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Kaskinampo Indians

Kaskinampo Tribe: Meaning unknown, though -nampo may be the Koasati word for “many.” Kaskinampo Connections. The Kaskinampo were probably closely related to the Koasati, and through them to the Alabama, Choctaw, and other Muskhogean people. Kaskinampo Location. Their best-known historic location was on the lower end of an island in the Tennessee River, probably the one now called Pine Island. (See also Arkansas.) Kaskinampo History. There is every reason to believe that this tribe constituted the Casqui, Icasqui, or Casquin “province” which De Soto entered immediately after crossing the Mississippi River, and it was probably in what is now Phillips County, Arkansas. We hear of the Kaskinampo next in connection with the expeditions of Marquette and Joliet but do not learn of their exact location until 1701, when they seem to have been on the lower end of the present Pine Island. We are informed, however, by one of the French explorers that they had previously lived upon Cumberland River, and there is evidence that, when they first moved to the Tennessee, they may have settled for a short time near its mouth. Both the Cumberland and the Tennessee were known by their name, and it stuck persistently to the latter stream until well along in the eighteenth century. After the early years of the eighteenth century we hear little more of them, but there is reason to believe that they united with the Koasati. Kaskinampo Population. Our only clue to the population of the Kaskinampo is in an unpublished report of Bienville, who estimates 150 men, or a total population of about 500. Connection in which they have...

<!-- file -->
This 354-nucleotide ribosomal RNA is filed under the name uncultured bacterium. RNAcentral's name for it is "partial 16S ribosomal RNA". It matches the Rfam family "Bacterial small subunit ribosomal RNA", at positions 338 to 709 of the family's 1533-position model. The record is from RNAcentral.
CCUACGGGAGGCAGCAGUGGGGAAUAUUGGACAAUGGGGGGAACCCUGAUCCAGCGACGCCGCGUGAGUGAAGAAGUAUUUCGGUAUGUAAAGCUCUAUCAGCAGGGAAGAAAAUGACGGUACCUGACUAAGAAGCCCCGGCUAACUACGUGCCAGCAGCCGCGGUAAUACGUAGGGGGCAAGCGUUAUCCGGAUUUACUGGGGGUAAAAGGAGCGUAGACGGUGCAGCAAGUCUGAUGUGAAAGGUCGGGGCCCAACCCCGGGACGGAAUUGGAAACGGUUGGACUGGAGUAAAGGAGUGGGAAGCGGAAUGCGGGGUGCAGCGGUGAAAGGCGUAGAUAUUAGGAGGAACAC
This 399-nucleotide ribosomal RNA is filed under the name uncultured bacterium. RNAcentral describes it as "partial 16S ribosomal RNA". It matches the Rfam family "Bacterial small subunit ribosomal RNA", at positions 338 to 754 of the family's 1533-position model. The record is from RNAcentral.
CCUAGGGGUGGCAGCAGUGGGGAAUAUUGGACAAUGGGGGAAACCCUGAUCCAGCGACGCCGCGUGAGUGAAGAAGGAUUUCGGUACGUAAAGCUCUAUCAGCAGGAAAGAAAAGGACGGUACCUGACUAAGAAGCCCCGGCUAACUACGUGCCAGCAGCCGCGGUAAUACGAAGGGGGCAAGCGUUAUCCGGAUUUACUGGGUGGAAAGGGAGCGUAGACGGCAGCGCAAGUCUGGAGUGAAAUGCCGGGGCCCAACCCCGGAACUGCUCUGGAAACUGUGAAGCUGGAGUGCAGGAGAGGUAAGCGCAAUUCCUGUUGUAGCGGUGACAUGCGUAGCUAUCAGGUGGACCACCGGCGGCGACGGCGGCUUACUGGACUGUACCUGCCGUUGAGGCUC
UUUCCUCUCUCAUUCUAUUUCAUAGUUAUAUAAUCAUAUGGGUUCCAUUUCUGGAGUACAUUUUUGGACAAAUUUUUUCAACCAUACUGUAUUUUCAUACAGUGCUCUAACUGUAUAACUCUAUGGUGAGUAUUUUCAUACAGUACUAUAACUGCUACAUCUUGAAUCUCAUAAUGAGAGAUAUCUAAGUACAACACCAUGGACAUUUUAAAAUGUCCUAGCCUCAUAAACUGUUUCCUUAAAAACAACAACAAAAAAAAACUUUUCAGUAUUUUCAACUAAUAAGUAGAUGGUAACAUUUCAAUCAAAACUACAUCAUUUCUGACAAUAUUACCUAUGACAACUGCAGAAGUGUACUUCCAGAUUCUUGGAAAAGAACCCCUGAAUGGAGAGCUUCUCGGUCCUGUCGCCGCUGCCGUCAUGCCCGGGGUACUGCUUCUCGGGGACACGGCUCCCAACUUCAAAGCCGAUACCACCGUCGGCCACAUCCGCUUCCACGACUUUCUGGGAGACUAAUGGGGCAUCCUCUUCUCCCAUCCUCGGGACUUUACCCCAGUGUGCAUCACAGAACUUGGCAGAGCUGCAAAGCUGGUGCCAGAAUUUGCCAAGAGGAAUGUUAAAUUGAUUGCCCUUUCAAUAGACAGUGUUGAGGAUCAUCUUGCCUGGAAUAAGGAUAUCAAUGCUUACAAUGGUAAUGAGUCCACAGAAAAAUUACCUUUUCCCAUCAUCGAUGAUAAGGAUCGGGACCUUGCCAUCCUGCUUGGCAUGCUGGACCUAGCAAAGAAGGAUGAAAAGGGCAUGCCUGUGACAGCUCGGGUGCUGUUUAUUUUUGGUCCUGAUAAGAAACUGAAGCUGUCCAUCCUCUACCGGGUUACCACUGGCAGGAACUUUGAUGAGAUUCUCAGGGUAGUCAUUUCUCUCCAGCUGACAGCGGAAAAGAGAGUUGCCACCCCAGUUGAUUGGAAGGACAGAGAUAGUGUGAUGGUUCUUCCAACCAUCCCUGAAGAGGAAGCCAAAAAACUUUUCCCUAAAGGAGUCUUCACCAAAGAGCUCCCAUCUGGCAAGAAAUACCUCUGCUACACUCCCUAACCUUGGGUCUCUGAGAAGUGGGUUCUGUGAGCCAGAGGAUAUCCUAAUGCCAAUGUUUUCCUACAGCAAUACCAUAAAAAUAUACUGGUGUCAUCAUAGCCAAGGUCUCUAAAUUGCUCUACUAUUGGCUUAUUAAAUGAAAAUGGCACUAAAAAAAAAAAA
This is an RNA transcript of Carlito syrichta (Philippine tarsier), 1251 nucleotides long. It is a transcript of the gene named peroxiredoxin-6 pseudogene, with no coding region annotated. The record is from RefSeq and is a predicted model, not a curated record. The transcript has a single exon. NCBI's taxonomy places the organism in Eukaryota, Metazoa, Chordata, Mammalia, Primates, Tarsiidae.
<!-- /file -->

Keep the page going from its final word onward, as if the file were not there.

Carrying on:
Tennessee River Tribes

We have had occasion to notice several tribes or portions of tribes in the valley of the Tennessee or even farther north whose history is in some way bound up with that of the better-known peoples of the Creek Confederacy. Thus the Tamahita came from the upper Tennessee or one of its branches, part of the Koasati and part of the Tuskegee were on the Tennessee, and there are indications that the same was true of part of the Tamali. Perhaps another case of the kind is furnished by the Oconee. Still another people divided into a northern and southern band were the Yuchi, whose principal residence was Savannah River, but part of whom were on the Tennessee. There were, however, two tribes in the north not certainly represented among the southern Muskhogeans and not certainly Muskhogean, but of sufficient importance in connection with the general problem of southern tribes to receive notice here. Tali Tribe One of these was the Tali, a tribe which appears first in the De Soto narratives. It is not mentioned by Biedma or Garcilasso, and Elvas gives it but scant attention,1 but from what Ranjel says it was evidently of some importance. His account is as follows: Friday, July 9 [1540], the commander and his army departed from Coste and crossed the other branch of the river and passed the night on its banks. And on the other side was Tali, and since the river flows near it and is large, they were not able to cross it. And the Indians, believing that they would cross, sent canoes and in them their wives...

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